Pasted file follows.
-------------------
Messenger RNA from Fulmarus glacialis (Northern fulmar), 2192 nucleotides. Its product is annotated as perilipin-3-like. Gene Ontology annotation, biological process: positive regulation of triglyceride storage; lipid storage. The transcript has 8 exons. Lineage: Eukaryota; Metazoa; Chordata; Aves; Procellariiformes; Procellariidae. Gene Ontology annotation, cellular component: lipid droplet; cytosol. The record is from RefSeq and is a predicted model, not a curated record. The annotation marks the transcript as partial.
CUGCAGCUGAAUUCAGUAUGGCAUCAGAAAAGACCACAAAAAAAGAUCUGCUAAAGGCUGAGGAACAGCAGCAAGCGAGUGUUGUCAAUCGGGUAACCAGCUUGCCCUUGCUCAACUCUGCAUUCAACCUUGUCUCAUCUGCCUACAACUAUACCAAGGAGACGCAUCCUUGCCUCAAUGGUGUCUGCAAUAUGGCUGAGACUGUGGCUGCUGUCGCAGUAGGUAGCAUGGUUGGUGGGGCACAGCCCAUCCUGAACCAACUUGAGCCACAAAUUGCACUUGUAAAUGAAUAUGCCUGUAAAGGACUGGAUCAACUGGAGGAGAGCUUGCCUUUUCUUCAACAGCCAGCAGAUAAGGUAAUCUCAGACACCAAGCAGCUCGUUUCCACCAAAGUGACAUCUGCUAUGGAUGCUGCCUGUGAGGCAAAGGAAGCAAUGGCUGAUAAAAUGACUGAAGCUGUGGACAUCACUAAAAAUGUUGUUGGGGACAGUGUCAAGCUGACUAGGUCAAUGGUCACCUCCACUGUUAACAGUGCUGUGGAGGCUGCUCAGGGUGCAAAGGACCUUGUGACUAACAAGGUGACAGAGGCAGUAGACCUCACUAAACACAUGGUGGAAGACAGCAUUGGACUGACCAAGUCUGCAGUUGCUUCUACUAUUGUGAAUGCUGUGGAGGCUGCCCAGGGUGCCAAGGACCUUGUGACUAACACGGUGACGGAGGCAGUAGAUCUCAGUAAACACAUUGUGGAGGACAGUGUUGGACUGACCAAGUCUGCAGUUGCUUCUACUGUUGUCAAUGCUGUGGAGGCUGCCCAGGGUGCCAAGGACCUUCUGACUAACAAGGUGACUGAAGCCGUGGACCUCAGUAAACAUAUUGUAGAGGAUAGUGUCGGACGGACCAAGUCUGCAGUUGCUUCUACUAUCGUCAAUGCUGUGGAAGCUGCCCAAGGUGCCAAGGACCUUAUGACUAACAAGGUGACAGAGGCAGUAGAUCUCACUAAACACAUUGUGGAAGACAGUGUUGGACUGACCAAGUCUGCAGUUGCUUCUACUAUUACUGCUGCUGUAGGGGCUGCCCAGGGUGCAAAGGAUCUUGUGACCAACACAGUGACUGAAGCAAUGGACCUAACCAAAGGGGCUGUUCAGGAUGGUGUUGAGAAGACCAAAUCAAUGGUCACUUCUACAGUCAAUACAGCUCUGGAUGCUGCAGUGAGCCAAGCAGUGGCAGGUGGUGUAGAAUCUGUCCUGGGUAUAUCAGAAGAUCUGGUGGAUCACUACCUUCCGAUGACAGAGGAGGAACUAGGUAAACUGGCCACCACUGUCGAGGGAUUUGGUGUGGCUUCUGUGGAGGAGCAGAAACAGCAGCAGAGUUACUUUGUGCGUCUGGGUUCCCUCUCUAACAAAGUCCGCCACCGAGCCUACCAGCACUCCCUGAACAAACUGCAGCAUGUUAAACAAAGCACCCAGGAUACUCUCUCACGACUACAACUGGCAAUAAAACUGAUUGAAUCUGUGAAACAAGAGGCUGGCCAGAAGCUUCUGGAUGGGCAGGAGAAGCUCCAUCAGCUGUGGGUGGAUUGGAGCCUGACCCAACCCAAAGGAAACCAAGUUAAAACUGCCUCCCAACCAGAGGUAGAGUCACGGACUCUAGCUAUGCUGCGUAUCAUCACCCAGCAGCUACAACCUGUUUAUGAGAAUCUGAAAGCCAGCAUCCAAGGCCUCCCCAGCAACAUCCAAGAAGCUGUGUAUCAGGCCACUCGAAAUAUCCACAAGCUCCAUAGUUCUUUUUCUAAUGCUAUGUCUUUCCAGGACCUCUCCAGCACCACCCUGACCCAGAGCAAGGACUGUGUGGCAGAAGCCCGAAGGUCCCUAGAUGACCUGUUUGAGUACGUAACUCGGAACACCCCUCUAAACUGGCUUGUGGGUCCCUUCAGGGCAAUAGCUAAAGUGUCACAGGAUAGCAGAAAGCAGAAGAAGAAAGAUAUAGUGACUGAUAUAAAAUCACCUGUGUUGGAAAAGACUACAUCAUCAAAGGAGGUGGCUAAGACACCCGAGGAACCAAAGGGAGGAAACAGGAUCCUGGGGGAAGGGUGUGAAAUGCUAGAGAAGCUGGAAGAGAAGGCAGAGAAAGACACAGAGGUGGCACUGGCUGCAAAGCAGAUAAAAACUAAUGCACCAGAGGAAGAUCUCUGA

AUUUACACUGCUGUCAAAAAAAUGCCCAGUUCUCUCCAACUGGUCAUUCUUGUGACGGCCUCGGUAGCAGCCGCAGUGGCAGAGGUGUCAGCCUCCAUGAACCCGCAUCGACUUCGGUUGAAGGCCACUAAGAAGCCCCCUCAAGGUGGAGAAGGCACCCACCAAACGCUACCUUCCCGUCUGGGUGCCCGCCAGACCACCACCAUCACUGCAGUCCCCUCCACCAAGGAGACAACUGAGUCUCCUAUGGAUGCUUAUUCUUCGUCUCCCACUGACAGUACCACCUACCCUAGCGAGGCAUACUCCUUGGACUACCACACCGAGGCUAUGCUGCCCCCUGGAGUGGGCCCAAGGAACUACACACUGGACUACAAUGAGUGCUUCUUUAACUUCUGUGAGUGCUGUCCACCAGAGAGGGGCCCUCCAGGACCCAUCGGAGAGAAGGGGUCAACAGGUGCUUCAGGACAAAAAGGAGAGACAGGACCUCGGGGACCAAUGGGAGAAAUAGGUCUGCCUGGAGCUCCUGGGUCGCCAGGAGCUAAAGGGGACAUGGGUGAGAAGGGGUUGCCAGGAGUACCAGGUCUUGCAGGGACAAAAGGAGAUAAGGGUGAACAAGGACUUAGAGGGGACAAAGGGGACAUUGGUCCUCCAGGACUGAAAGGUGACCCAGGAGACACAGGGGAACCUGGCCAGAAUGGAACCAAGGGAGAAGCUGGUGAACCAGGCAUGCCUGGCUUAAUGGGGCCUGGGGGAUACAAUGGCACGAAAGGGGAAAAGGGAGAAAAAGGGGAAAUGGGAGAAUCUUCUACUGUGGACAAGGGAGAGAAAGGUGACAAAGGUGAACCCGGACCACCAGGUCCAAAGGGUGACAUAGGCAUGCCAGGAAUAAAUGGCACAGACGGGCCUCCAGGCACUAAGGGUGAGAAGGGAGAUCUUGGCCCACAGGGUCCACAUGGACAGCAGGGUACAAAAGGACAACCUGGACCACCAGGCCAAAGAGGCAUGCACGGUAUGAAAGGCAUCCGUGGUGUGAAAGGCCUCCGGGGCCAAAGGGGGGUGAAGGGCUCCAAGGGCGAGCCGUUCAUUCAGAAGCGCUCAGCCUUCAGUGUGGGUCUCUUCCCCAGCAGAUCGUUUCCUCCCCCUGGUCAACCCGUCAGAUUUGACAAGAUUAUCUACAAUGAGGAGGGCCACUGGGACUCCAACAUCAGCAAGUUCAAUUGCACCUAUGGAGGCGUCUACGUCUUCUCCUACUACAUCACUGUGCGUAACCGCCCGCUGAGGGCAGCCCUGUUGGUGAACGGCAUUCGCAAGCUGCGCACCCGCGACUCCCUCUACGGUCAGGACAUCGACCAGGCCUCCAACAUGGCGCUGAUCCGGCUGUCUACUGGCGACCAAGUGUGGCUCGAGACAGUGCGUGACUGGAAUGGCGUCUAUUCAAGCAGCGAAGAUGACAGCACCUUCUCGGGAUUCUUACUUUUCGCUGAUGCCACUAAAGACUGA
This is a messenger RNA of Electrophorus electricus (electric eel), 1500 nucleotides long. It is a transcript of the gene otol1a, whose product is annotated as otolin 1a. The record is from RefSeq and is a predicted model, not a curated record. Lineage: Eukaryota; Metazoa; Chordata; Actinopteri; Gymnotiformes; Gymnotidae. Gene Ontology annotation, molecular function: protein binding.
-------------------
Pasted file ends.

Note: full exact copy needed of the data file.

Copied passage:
Messenger RNA from Fulmarus glacialis (Northern fulmar), 2192 nucleotides. Its product is annotated as perilipin-3-like. Gene Ontology annotation, biological process: positive regulation of triglyceride storage; lipid storage. The transcript has 8 exons. Lineage: Eukaryota; Metazoa; Chordata; Aves; Procellariiformes; Procellariidae. Gene Ontology annotation, cellular component: lipid droplet; cytosol. The record is from RefSeq and is a predicted model, not a curated record. The annotation marks the transcript as partial.
CUGCAGCUGAAUUCAGUAUGGCAUCAGAAAAGACCACAAAAAAAGAUCUGCUAAAGGCUGAGGAACAGCAGCAAGCGAGUGUUGUCAAUCGGGUAACCAGCUUGCCCUUGCUCAACUCUGCAUUCAACCUUGUCUCAUCUGCCUACAACUAUACCAAGGAGACGCAUCCUUGCCUCAAUGGUGUCUGCAAUAUGGCUGAGACUGUGGCUGCUGUCGCAGUAGGUAGCAUGGUUGGUGGGGCACAGCCCAUCCUGAACCAACUUGAGCCACAAAUUGCACUUGUAAAUGAAUAUGCCUGUAAAGGACUGGAUCAACUGGAGGAGAGCUUGCCUUUUCUUCAACAGCCAGCAGAUAAGGUAAUCUCAGACACCAAGCAGCUCGUUUCCACCAAAGUGACAUCUGCUAUGGAUGCUGCCUGUGAGGCAAAGGAAGCAAUGGCUGAUAAAAUGACUGAAGCUGUGGACAUCACUAAAAAUGUUGUUGGGGACAGUGUCAAGCUGACUAGGUCAAUGGUCACCUCCACUGUUAACAGUGCUGUGGAGGCUGCUCAGGGUGCAAAGGACCUUGUGACUAACAAGGUGACAGAGGCAGUAGACCUCACUAAACACAUGGUGGAAGACAGCAUUGGACUGACCAAGUCUGCAGUUGCUUCUACUAUUGUGAAUGCUGUGGAGGCUGCCCAGGGUGCCAAGGACCUUGUGACUAACACGGUGACGGAGGCAGUAGAUCUCAGUAAACACAUUGUGGAGGACAGUGUUGGACUGACCAAGUCUGCAGUUGCUUCUACUGUUGUCAAUGCUGUGGAGGCUGCCCAGGGUGCCAAGGACCUUCUGACUAACAAGGUGACUGAAGCCGUGGACCUCAGUAAACAUAUUGUAGAGGAUAGUGUCGGACGGACCAAGUCUGCAGUUGCUUCUACUAUCGUCAAUGCUGUGGAAGCUGCCCAAGGUGCCAAGGACCUUAUGACUAACAAGGUGACAGAGGCAGUAGAUCUCACUAAACACAUUGUGGAAGACAGUGUUGGACUGACCAAGUCUGCAGUUGCUUCUACUAUUACUGCUGCUGUAGGGGCUGCCCAGGGUGCAAAGGAUCUUGUGACCAACACAGUGACUGAAGCAAUGGACCUAACCAAAGGGGCUGUUCAGGAUGGUGUUGAGAAGACCAAAUCAAUGGUCACUUCUACAGUCAAUACAGCUCUGGAUGCUGCAGUGAGCCAAGCAGUGGCAGGUGGUGUAGAAUCUGUCCUGGGUAUAUCAGAAGAUCUGGUGGAUCACUACCUUCCGAUGACAGAGGAGGAACUAGGUAAACUGGCCACCACUGUCGAGGGAUUUGGUGUGGCUUCUGUGGAGGAGCAGAAACAGCAGCAGAGUUACUUUGUGCGUCUGGGUUCCCUCUCUAACAAAGUCCGCCACCGAGCCUACCAGCACUCCCUGAACAAACUGCAGCAUGUUAAACAAAGCACCCAGGAUACUCUCUCACGACUACAACUGGCAAUAAAACUGAUUGAAUCUGUGAAACAAGAGGCUGGCCAGAAGCUUCUGGAUGGGCAGGAGAAGCUCCAUCAGCUGUGGGUGGAUUGGAGCCUGACCCAACCCAAAGGAAACCAAGUUAAAACUGCCUCCCAACCAGAGGUAGAGUCACGGACUCUAGCUAUGCUGCGUAUCAUCACCCAGCAGCUACAACCUGUUUAUGAGAAUCUGAAAGCCAGCAUCCAAGGCCUCCCCAGCAACAUCCAAGAAGCUGUGUAUCAGGCCACUCGAAAUAUCCACAAGCUCCAUAGUUCUUUUUCUAAUGCUAUGUCUUUCCAGGACCUCUCCAGCACCACCCUGACCCAGAGCAAGGACUGUGUGGCAGAAGCCCGAAGGUCCCUAGAUGACCUGUUUGAGUACGUAACUCGGAACACCCCUCUAAACUGGCUUGUGGGUCCCUUCAGGGCAAUAGCUAAAGUGUCACAGGAUAGCAGAAAGCAGAAGAAGAAAGAUAUAGUGACUGAUAUAAAAUCACCUGUGUUGGAAAAGACUACAUCAUCAAAGGAGGUGGCUAAGACACCCGAGGAACCAAAGGGAGGAAACAGGAUCCUGGGGGAAGGGUGUGAAAUGCUAGAGAAGCUGGAAGAGAAGGCAGAGAAAGACACAGAGGUGGCACUGGCUGCAAAGCAGAUAAAAACUAAUGCACCAGAGGAAGAUCUCUGA

AUUUACACUGCUGUCAAAAAAAUGCCCAGUUCUCUCCAACUGGUCAUUCUUGUGACGGCCUCGGUAGCAGCCGCAGUGGCAGAGGUGUCAGCCUCCAUGAACCCGCAUCGACUUCGGUUGAAGGCCACUAAGAAGCCCCCUCAAGGUGGAGAAGGCACCCACCAAACGCUACCUUCCCGUCUGGGUGCCCGCCAGACCACCACCAUCACUGCAGUCCCCUCCACCAAGGAGACAACUGAGUCUCCUAUGGAUGCUUAUUCUUCGUCUCCCACUGACAGUACCACCUACCCUAGCGAGGCAUACUCCUUGGACUACCACACCGAGGCUAUGCUGCCCCCUGGAGUGGGCCCAAGGAACUACACACUGGACUACAAUGAGUGCUUCUUUAACUUCUGUGAGUGCUGUCCACCAGAGAGGGGCCCUCCAGGACCCAUCGGAGAGAAGGGGUCAACAGGUGCUUCAGGACAAAAAGGAGAGACAGGACCUCGGGGACCAAUGGGAGAAAUAGGUCUGCCUGGAGCUCCUGGGUCGCCAGGAGCUAAAGGGGACAUGGGUGAGAAGGGGUUGCCAGGAGUACCAGGUCUUGCAGGGACAAAAGGAGAUAAGGGUGAACAAGGACUUAGAGGGGACAAAGGGGACAUUGGUCCUCCAGGACUGAAAGGUGACCCAGGAGACACAGGGGAACCUGGCCAGAAUGGAACCAAGGGAGAAGCUGGUGAACCAGGCAUGCCUGGCUUAAUGGGGCCUGGGGGAUACAAUGGCACGAAAGGGGAAAAGGGAGAAAAAGGGGAAAUGGGAGAAUCUUCUACUGUGGACAAGGGAGAGAAAGGUGACAAAGGUGAACCCGGACCACCAGGUCCAAAGGGUGACAUAGGCAUGCCAGGAAUAAAUGGCACAGACGGGCCUCCAGGCACUAAGGGUGAGAAGGGAGAUCUUGGCCCACAGGGUCCACAUGGACAGCAGGGUACAAAAGGACAACCUGGACCACCAGGCCAAAGAGGCAUGCACGGUAUGAAAGGCAUCCGUGGUGUGAAAGGCCUCCGGGGCCAAAGGGGGGUGAAGGGCUCCAAGGGCGAGCCGUUCAUUCAGAAGCGCUCAGCCUUCAGUGUGGGUCUCUUCCCCAGCAGAUCGUUUCCUCCCCCUGGUCAACCCGUCAGAUUUGACAAGAUUAUCUACAAUGAGGAGGGCCACUGGGACUCCAACAUCAGCAAGUUCAAUUGCACCUAUGGAGGCGUCUACGUCUUCUCCUACUACAUCACUGUGCGUAACCGCCCGCUGAGGGCAGCCCUGUUGGUGAACGGCAUUCGCAAGCUGCGCACCCGCGACUCCCUCUACGGUCAGGACAUCGACCAGGCCUCCAACAUGGCGCUGAUCCGGCUGUCUACUGGCGACCAAGUGUGGCUCGAGACAGUGCGUGACUGGAAUGGCGUCUAUUCAAGCAGCGAAGAUGACAGCACCUUCUCGGGAUUCUUACUUUUCGCUGAUGCCACUAAAGACUGA
This is a messenger RNA of Electrophorus electricus (electric eel), 1500 nucleotides long. It is a transcript of the gene otol1a, whose product is annotated as otolin 1a. The record is from RefSeq and is a predicted model, not a curated record. Lineage: Eukaryota; Metazoa; Chordata; Actinopteri; Gymnotiformes; Gymnotidae. Gene Ontology annotation, molecular function: protein binding.